October 19 in history:
Napoleon tried to conquer Russia in 1812, but the Russian Army would not surrender. The French leader and his army spent a month in Moscow, but could not get enough supplies to stay for the winter, so they retreated on October 19th, 1812.
Boxer Evander Holyfield became the undisputed world heavyweight champion in October 1990 by knocking out defending champ Buster Douglas. Holyfield was born on this date in 1962.
It’s also the birthday of actor John Lithgow (1945), known for films such as “The World According to Garp” and his TV role as a visitor from another world on “3rd Rock from the Sun.”
September 5 in history:
The Munich Olympics of 1972 were disrupted on September 5th, when the terror group Black September invaded the Olympic Village and held the Israeli team hostage. By the time the nearly 24-hour ordeal ended, eleven Israeli athletes and coaches had been killed. Some were shot, while the others died aboard a helicopter that was blown up by a hand grenade.
Twelve years earlier, at the Summer Olympics of 1960, Cassius became a champion in Rome on this date. Cassius Clay, that is…later known as Muhammad Ali. The 18-year-old Clay won the gold medal for boxing in the light heavyweight division, with a unanimous decision against a Polish fighter.
A pre-season football game featuring the Washington Redskins went on as scheduled on September 5th, 1970, despite the death of Redskins coach Vince Lombardi from cancer two days earlier. In honor of their coach, the Redskins defeated the Miami Dolphins 26-21 in the game at Tampa Stadium.
Lombardi’s name is on the Super Bowl championship trophy, and many fans of winning sports teams like to sing the Queen song “We Are The Champions.” Queen’s lead singer, Freddie Mercury, was born on this day in 1946.
February 25th in history:
The U.S. Steel corporation was founded on February 25th, 1901. Businessmen J.P. Morgan, Elbert Gary and Andrew Carnegie combined smaller steel companies into one large firm. Upon its formation, U.S. Steel became the first company worth one billion dollars.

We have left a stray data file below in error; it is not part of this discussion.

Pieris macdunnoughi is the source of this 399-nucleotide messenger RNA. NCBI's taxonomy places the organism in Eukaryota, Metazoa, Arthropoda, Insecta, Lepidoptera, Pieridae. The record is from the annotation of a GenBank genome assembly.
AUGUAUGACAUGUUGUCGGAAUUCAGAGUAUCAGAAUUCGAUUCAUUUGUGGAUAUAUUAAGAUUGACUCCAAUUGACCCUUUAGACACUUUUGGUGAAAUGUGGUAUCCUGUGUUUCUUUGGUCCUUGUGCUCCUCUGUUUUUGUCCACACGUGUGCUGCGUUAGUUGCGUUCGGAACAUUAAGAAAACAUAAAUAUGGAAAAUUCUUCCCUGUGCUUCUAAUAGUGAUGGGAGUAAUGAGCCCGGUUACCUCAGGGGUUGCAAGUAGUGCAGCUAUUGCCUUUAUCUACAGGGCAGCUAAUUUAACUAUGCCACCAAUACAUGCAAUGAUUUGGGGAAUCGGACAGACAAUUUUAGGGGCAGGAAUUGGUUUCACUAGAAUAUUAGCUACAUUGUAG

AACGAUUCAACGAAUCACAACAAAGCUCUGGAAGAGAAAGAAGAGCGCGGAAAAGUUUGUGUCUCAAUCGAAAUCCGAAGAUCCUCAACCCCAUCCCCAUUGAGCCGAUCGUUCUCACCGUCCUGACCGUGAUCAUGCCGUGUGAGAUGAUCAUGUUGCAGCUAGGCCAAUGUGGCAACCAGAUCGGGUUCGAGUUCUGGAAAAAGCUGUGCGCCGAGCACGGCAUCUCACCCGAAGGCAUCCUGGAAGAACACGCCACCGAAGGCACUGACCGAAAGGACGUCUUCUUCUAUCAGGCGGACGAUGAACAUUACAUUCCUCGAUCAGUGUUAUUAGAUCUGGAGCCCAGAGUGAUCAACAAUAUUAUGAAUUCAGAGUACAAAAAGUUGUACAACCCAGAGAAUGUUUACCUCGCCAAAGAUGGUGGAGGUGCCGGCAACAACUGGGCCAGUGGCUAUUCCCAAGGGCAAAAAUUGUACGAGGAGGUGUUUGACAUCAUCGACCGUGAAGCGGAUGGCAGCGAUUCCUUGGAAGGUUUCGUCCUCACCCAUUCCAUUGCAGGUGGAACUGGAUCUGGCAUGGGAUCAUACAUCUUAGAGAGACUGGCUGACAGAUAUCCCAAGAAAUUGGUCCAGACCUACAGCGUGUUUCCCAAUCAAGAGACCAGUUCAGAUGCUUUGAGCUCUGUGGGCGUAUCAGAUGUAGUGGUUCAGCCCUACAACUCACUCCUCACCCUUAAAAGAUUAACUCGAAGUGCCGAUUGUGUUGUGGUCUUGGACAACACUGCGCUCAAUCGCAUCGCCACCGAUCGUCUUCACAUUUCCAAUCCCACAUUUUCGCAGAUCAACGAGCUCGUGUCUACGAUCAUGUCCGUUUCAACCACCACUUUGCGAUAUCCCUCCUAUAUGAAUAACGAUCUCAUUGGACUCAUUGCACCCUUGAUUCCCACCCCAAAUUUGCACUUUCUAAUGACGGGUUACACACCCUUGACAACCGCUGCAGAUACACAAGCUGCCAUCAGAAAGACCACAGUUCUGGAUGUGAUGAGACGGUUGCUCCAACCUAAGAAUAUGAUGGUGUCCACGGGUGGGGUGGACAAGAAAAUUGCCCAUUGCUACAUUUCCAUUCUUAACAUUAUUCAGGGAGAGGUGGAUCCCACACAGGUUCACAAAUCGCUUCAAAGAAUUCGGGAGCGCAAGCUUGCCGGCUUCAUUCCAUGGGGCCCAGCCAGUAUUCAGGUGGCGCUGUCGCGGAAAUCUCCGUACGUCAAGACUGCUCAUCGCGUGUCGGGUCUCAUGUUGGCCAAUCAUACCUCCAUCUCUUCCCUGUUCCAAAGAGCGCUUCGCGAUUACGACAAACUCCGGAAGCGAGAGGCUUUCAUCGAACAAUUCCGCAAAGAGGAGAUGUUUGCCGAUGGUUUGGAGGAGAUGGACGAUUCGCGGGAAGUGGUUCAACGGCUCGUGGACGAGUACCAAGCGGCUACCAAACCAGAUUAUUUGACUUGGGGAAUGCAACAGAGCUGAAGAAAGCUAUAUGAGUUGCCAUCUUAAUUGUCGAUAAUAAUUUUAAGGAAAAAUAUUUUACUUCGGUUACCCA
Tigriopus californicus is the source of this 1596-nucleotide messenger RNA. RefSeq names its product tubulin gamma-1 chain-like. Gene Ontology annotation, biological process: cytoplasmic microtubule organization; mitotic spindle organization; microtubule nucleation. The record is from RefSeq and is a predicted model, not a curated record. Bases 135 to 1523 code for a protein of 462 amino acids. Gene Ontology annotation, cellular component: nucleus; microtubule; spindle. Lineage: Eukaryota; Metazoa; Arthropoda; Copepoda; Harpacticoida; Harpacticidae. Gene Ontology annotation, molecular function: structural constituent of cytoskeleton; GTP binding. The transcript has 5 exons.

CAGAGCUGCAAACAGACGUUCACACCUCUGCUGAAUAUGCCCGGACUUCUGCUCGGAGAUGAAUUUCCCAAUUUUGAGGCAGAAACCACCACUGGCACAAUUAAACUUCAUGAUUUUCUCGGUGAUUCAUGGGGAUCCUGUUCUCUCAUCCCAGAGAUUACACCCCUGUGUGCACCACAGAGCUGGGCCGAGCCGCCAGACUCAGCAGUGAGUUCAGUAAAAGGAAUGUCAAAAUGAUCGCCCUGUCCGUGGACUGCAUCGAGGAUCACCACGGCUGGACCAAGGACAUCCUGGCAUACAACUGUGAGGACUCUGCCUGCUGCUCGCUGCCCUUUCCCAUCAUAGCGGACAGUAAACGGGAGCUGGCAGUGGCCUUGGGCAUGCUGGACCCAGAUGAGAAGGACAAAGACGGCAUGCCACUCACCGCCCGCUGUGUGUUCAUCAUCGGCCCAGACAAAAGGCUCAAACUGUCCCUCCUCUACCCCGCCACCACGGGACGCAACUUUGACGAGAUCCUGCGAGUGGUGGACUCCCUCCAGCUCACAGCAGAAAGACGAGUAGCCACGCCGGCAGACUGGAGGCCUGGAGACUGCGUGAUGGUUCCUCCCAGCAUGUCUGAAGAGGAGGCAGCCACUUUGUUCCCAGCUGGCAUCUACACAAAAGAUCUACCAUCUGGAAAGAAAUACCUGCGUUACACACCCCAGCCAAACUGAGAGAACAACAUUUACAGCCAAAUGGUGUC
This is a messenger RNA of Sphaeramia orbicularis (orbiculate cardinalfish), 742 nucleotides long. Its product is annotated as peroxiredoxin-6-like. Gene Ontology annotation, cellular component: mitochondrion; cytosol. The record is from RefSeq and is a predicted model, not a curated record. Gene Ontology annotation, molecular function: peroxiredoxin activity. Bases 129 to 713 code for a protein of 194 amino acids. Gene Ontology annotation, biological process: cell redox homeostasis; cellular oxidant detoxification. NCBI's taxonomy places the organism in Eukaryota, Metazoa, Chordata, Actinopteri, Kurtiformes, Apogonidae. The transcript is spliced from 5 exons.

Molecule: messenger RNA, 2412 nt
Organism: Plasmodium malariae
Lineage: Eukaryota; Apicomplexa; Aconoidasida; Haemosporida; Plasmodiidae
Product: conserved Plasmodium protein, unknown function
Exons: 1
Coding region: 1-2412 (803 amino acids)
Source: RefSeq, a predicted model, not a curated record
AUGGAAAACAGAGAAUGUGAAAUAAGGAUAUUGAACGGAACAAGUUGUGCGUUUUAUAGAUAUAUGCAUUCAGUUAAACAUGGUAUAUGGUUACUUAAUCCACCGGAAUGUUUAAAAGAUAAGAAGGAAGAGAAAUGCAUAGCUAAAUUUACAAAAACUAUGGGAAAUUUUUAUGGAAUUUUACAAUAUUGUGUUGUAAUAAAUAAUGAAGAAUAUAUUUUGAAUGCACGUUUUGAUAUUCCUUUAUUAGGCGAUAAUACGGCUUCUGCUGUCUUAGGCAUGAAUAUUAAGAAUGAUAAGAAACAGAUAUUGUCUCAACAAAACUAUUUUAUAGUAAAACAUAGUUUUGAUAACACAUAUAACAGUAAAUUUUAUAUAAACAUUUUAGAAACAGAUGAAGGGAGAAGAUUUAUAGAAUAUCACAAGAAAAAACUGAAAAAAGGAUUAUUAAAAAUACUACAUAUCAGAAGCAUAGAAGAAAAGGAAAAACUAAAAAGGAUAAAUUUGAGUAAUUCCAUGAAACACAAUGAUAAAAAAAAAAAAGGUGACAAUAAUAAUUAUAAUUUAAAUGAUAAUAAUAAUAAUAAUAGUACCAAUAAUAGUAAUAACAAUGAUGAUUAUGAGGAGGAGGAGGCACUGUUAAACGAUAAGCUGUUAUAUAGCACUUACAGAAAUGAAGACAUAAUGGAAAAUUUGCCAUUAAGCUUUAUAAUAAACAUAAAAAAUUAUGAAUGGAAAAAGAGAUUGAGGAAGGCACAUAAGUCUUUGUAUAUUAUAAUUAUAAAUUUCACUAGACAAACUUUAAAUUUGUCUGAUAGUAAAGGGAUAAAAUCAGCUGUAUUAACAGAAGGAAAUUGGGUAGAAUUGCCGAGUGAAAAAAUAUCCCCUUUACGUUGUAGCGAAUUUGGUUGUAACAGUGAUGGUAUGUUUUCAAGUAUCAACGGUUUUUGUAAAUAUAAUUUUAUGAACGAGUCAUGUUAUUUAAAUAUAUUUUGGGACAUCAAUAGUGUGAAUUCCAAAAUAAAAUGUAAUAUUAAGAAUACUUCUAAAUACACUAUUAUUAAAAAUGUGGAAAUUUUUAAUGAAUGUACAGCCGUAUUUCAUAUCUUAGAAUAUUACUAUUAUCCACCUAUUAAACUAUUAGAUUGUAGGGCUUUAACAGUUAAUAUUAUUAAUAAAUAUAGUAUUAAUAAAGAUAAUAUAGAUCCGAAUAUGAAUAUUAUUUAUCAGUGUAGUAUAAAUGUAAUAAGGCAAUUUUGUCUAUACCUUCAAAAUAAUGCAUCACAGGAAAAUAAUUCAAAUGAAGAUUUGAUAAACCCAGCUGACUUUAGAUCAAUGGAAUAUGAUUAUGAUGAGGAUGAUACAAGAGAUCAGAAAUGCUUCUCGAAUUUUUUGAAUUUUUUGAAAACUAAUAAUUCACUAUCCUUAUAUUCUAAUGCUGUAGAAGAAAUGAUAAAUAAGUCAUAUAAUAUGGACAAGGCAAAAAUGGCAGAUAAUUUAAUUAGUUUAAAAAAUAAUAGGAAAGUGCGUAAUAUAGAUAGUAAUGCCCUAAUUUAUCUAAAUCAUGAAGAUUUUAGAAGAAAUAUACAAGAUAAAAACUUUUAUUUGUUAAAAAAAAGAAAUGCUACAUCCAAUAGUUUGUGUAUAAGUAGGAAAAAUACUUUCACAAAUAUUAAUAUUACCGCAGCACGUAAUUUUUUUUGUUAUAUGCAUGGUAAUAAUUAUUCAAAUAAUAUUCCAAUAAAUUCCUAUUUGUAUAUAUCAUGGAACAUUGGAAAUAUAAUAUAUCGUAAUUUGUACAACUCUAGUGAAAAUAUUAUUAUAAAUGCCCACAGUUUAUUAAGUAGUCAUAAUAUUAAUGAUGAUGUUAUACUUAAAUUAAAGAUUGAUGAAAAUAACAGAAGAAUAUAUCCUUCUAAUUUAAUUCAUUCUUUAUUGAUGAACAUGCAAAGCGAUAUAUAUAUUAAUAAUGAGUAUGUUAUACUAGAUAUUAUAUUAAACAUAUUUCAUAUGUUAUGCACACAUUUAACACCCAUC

Two actors famous for playing very rich men were both born on February 25th in 1913. German actor Gert Fröbe had the title role in the James Bond adventure Goldfinger in 1964. That same year, Jim Backus began playing millionaire Thurston Howell III on “Gilligan’s Island.” Backus’s other famous roles include James Dean’s father in Rebel Without a Cause, and the voice of nearsighted cartoon character Mister Magoo.
On this day in 1964, boxer Cassius Clay, and anybody who bet on him, was in the money after Clay upset heavyweight champ Sonny Liston at Miami. Liston had had enough after six rounds, and Clay became the surprise champ by TKO. Clay declared himself “the greatest,” and became known as Muhammad Ali.
January 22nd in history:
From “beautiful downtown Burbank,” the first episode of “Rowan and Martin’s Laugh-in” aired on NBC on January 22, 1968. The fast-paced mix of one-liners, slapstick and political humor lasted five-and-a-half years, making stars of Goldie Hawn and Lily Tomlin, and inspiring the even longer-lasting imitator, “Hee Haw.”
An early feature of “Laugh-In” was “Sock It to Me Time.” The night of January 22nd, 1973, was “Sock It to Me Time” for heavyweight boxing champ Joe Frazier, as he was knocked down repeatedly by George Foreman in a title fight in Jamaica. Foreman won the championship when the fight was stopped in the second round.
Foreman is best known today for selling the George Foreman Grill on TV. Hosts of popular food shows on TV who were born on January 22 include Graham Kerr, the Galloping Gourmet (1934), Jeff Smith, the Frugal Gourmet (1939), and Food Network personality Guy Fieri (1968).